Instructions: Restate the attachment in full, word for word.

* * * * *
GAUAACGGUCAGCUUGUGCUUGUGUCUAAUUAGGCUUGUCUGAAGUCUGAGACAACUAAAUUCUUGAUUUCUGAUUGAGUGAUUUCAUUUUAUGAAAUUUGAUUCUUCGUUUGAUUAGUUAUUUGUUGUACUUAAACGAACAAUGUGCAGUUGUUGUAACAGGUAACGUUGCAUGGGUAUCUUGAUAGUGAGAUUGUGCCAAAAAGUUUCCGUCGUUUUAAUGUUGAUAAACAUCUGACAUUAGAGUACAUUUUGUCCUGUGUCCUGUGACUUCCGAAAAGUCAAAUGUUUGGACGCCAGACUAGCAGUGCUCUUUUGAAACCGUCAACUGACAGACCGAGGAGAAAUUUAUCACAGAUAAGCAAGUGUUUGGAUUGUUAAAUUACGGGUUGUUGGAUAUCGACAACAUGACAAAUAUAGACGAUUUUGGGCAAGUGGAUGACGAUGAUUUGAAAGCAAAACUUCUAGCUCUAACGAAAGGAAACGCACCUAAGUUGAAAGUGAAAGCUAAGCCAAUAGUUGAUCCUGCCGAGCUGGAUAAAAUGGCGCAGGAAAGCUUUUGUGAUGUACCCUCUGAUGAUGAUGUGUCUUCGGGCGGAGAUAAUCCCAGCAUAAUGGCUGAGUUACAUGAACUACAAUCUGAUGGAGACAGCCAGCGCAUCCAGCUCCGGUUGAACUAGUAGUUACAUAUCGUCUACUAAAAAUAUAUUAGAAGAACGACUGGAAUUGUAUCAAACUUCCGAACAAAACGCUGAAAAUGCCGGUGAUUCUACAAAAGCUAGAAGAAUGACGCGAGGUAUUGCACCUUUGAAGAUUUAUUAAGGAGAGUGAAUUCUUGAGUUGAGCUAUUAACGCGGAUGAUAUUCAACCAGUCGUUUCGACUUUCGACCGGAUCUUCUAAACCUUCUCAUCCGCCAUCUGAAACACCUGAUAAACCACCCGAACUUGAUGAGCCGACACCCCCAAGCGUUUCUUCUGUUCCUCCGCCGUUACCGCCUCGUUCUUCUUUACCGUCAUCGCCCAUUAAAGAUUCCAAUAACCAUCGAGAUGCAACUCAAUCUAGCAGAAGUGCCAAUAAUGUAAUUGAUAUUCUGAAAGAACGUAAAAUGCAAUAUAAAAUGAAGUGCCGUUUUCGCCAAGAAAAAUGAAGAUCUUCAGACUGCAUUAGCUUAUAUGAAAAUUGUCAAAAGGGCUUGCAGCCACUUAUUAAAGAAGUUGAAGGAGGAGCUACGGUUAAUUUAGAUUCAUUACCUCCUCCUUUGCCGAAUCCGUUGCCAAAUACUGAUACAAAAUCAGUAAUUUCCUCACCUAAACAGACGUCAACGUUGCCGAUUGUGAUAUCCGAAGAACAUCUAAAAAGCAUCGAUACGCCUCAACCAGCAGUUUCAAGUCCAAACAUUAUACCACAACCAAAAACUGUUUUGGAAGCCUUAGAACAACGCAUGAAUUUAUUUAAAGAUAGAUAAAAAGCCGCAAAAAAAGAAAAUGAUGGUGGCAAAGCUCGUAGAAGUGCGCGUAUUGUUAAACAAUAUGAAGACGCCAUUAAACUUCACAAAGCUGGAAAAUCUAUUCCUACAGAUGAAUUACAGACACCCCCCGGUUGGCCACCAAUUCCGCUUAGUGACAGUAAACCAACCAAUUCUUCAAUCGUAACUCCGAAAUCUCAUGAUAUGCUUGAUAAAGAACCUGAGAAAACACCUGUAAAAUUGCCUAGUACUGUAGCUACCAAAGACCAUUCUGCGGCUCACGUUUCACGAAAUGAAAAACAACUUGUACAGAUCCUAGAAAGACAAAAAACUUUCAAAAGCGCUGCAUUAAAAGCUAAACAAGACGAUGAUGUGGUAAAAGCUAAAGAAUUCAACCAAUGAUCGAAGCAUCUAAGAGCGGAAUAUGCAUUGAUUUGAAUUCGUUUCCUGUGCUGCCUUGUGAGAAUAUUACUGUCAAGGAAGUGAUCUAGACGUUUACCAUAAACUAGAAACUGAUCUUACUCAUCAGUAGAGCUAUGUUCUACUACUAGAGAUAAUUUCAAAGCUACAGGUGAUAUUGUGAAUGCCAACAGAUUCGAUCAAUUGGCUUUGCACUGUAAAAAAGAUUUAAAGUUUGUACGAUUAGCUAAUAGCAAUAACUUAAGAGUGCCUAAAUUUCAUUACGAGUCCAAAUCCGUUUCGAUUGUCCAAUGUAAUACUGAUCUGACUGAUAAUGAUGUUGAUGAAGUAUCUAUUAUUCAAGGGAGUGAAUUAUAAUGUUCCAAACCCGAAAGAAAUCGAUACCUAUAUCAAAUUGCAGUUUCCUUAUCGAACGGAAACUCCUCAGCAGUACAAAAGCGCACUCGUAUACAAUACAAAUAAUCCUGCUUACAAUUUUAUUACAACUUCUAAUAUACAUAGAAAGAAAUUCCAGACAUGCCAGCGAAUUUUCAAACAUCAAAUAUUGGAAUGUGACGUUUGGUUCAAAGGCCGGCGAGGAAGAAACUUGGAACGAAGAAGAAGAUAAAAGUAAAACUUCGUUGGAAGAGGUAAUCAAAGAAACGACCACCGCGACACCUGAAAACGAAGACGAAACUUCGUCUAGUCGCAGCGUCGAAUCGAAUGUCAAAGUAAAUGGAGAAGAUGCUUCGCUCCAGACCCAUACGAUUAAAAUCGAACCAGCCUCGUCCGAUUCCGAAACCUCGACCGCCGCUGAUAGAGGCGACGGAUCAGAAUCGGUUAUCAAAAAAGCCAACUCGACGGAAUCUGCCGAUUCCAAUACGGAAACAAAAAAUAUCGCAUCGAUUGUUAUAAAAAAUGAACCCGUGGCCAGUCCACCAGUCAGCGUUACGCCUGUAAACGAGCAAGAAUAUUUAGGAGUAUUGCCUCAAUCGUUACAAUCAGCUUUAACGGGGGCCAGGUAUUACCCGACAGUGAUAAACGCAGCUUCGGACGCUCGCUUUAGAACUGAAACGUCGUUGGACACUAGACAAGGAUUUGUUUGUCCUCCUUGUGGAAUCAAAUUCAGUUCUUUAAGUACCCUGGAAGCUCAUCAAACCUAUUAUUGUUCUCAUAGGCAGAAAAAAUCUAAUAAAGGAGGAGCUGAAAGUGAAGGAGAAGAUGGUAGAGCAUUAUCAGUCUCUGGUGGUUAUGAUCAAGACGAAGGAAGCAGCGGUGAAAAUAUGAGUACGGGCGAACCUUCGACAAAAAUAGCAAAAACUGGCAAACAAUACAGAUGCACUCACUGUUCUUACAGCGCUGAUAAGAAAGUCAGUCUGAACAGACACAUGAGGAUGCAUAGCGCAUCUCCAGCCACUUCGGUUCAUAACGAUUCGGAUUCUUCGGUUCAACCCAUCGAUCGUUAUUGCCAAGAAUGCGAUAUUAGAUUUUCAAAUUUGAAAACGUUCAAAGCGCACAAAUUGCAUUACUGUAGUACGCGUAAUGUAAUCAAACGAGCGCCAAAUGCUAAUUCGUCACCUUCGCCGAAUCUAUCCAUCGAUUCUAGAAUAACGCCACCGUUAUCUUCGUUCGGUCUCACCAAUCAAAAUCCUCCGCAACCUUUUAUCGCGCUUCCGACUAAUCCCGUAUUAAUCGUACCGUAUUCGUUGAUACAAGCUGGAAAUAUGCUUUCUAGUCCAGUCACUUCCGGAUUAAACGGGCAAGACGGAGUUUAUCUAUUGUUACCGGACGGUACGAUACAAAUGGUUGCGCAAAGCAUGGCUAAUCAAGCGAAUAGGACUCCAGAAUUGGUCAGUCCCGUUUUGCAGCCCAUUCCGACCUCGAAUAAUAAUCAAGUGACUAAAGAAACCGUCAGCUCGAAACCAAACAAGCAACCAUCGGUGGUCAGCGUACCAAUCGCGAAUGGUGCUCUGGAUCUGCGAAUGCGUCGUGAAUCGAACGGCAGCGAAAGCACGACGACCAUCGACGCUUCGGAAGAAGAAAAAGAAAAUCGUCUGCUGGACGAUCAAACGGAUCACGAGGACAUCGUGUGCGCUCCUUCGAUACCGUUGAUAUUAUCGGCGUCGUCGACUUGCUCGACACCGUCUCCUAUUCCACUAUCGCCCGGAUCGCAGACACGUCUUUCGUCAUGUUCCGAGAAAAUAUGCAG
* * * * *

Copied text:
GAUAACGGUCAGCUUGUGCUUGUGUCUAAUUAGGCUUGUCUGAAGUCUGAGACAACUAAAUUCUUGAUUUCUGAUUGAGUGAUUUCAUUUUAUGAAAUUUGAUUCUUCGUUUGAUUAGUUAUUUGUUGUACUUAAACGAACAAUGUGCAGUUGUUGUAACAGGUAACGUUGCAUGGGUAUCUUGAUAGUGAGAUUGUGCCAAAAAGUUUCCGUCGUUUUAAUGUUGAUAAACAUCUGACAUUAGAGUACAUUUUGUCCUGUGUCCUGUGACUUCCGAAAAGUCAAAUGUUUGGACGCCAGACUAGCAGUGCUCUUUUGAAACCGUCAACUGACAGACCGAGGAGAAAUUUAUCACAGAUAAGCAAGUGUUUGGAUUGUUAAAUUACGGGUUGUUGGAUAUCGACAACAUGACAAAUAUAGACGAUUUUGGGCAAGUGGAUGACGAUGAUUUGAAAGCAAAACUUCUAGCUCUAACGAAAGGAAACGCACCUAAGUUGAAAGUGAAAGCUAAGCCAAUAGUUGAUCCUGCCGAGCUGGAUAAAAUGGCGCAGGAAAGCUUUUGUGAUGUACCCUCUGAUGAUGAUGUGUCUUCGGGCGGAGAUAAUCCCAGCAUAAUGGCUGAGUUACAUGAACUACAAUCUGAUGGAGACAGCCAGCGCAUCCAGCUCCGGUUGAACUAGUAGUUACAUAUCGUCUACUAAAAAUAUAUUAGAAGAACGACUGGAAUUGUAUCAAACUUCCGAACAAAACGCUGAAAAUGCCGGUGAUUCUACAAAAGCUAGAAGAAUGACGCGAGGUAUUGCACCUUUGAAGAUUUAUUAAGGAGAGUGAAUUCUUGAGUUGAGCUAUUAACGCGGAUGAUAUUCAACCAGUCGUUUCGACUUUCGACCGGAUCUUCUAAACCUUCUCAUCCGCCAUCUGAAACACCUGAUAAACCACCCGAACUUGAUGAGCCGACACCCCCAAGCGUUUCUUCUGUUCCUCCGCCGUUACCGCCUCGUUCUUCUUUACCGUCAUCGCCCAUUAAAGAUUCCAAUAACCAUCGAGAUGCAACUCAAUCUAGCAGAAGUGCCAAUAAUGUAAUUGAUAUUCUGAAAGAACGUAAAAUGCAAUAUAAAAUGAAGUGCCGUUUUCGCCAAGAAAAAUGAAGAUCUUCAGACUGCAUUAGCUUAUAUGAAAAUUGUCAAAAGGGCUUGCAGCCACUUAUUAAAGAAGUUGAAGGAGGAGCUACGGUUAAUUUAGAUUCAUUACCUCCUCCUUUGCCGAAUCCGUUGCCAAAUACUGAUACAAAAUCAGUAAUUUCCUCACCUAAACAGACGUCAACGUUGCCGAUUGUGAUAUCCGAAGAACAUCUAAAAAGCAUCGAUACGCCUCAACCAGCAGUUUCAAGUCCAAACAUUAUACCACAACCAAAAACUGUUUUGGAAGCCUUAGAACAACGCAUGAAUUUAUUUAAAGAUAGAUAAAAAGCCGCAAAAAAAGAAAAUGAUGGUGGCAAAGCUCGUAGAAGUGCGCGUAUUGUUAAACAAUAUGAAGACGCCAUUAAACUUCACAAAGCUGGAAAAUCUAUUCCUACAGAUGAAUUACAGACACCCCCCGGUUGGCCACCAAUUCCGCUUAGUGACAGUAAACCAACCAAUUCUUCAAUCGUAACUCCGAAAUCUCAUGAUAUGCUUGAUAAAGAACCUGAGAAAACACCUGUAAAAUUGCCUAGUACUGUAGCUACCAAAGACCAUUCUGCGGCUCACGUUUCACGAAAUGAAAAACAACUUGUACAGAUCCUAGAAAGACAAAAAACUUUCAAAAGCGCUGCAUUAAAAGCUAAACAAGACGAUGAUGUGGUAAAAGCUAAAGAAUUCAACCAAUGAUCGAAGCAUCUAAGAGCGGAAUAUGCAUUGAUUUGAAUUCGUUUCCUGUGCUGCCUUGUGAGAAUAUUACUGUCAAGGAAGUGAUCUAGACGUUUACCAUAAACUAGAAACUGAUCUUACUCAUCAGUAGAGCUAUGUUCUACUACUAGAGAUAAUUUCAAAGCUACAGGUGAUAUUGUGAAUGCCAACAGAUUCGAUCAAUUGGCUUUGCACUGUAAAAAAGAUUUAAAGUUUGUACGAUUAGCUAAUAGCAAUAACUUAAGAGUGCCUAAAUUUCAUUACGAGUCCAAAUCCGUUUCGAUUGUCCAAUGUAAUACUGAUCUGACUGAUAAUGAUGUUGAUGAAGUAUCUAUUAUUCAAGGGAGUGAAUUAUAAUGUUCCAAACCCGAAAGAAAUCGAUACCUAUAUCAAAUUGCAGUUUCCUUAUCGAACGGAAACUCCUCAGCAGUACAAAAGCGCACUCGUAUACAAUACAAAUAAUCCUGCUUACAAUUUUAUUACAACUUCUAAUAUACAUAGAAAGAAAUUCCAGACAUGCCAGCGAAUUUUCAAACAUCAAAUAUUGGAAUGUGACGUUUGGUUCAAAGGCCGGCGAGGAAGAAACUUGGAACGAAGAAGAAGAUAAAAGUAAAACUUCGUUGGAAGAGGUAAUCAAAGAAACGACCACCGCGACACCUGAAAACGAAGACGAAACUUCGUCUAGUCGCAGCGUCGAAUCGAAUGUCAAAGUAAAUGGAGAAGAUGCUUCGCUCCAGACCCAUACGAUUAAAAUCGAACCAGCCUCGUCCGAUUCCGAAACCUCGACCGCCGCUGAUAGAGGCGACGGAUCAGAAUCGGUUAUCAAAAAAGCCAACUCGACGGAAUCUGCCGAUUCCAAUACGGAAACAAAAAAUAUCGCAUCGAUUGUUAUAAAAAAUGAACCCGUGGCCAGUCCACCAGUCAGCGUUACGCCUGUAAACGAGCAAGAAUAUUUAGGAGUAUUGCCUCAAUCGUUACAAUCAGCUUUAACGGGGGCCAGGUAUUACCCGACAGUGAUAAACGCAGCUUCGGACGCUCGCUUUAGAACUGAAACGUCGUUGGACACUAGACAAGGAUUUGUUUGUCCUCCUUGUGGAAUCAAAUUCAGUUCUUUAAGUACCCUGGAAGCUCAUCAAACCUAUUAUUGUUCUCAUAGGCAGAAAAAAUCUAAUAAAGGAGGAGCUGAAAGUGAAGGAGAAGAUGGUAGAGCAUUAUCAGUCUCUGGUGGUUAUGAUCAAGACGAAGGAAGCAGCGGUGAAAAUAUGAGUACGGGCGAACCUUCGACAAAAAUAGCAAAAACUGGCAAACAAUACAGAUGCACUCACUGUUCUUACAGCGCUGAUAAGAAAGUCAGUCUGAACAGACACAUGAGGAUGCAUAGCGCAUCUCCAGCCACUUCGGUUCAUAACGAUUCGGAUUCUUCGGUUCAACCCAUCGAUCGUUAUUGCCAAGAAUGCGAUAUUAGAUUUUCAAAUUUGAAAACGUUCAAAGCGCACAAAUUGCAUUACUGUAGUACGCGUAAUGUAAUCAAACGAGCGCCAAAUGCUAAUUCGUCACCUUCGCCGAAUCUAUCCAUCGAUUCUAGAAUAACGCCACCGUUAUCUUCGUUCGGUCUCACCAAUCAAAAUCCUCCGCAACCUUUUAUCGCGCUUCCGACUAAUCCCGUAUUAAUCGUACCGUAUUCGUUGAUACAAGCUGGAAAUAUGCUUUCUAGUCCAGUCACUUCCGGAUUAAACGGGCAAGACGGAGUUUAUCUAUUGUUACCGGACGGUACGAUACAAAUGGUUGCGCAAAGCAUGGCUAAUCAAGCGAAUAGGACUCCAGAAUUGGUCAGUCCCGUUUUGCAGCCCAUUCCGACCUCGAAUAAUAAUCAAGUGACUAAAGAAACCGUCAGCUCGAAACCAAACAAGCAACCAUCGGUGGUCAGCGUACCAAUCGCGAAUGGUGCUCUGGAUCUGCGAAUGCGUCGUGAAUCGAACGGCAGCGAAAGCACGACGACCAUCGACGCUUCGGAAGAAGAAAAAGAAAAUCGUCUGCUGGACGAUCAAACGGAUCACGAGGACAUCGUGUGCGCUCCUUCGAUACCGUUGAUAUUAUCGGCGUCGUCGACUUGCUCGACACCGUCUCCUAUUCCACUAUCGCCCGGAUCGCAGACACGUCUUUCGUCAUGUUCCGAGAAAAUAUGCAG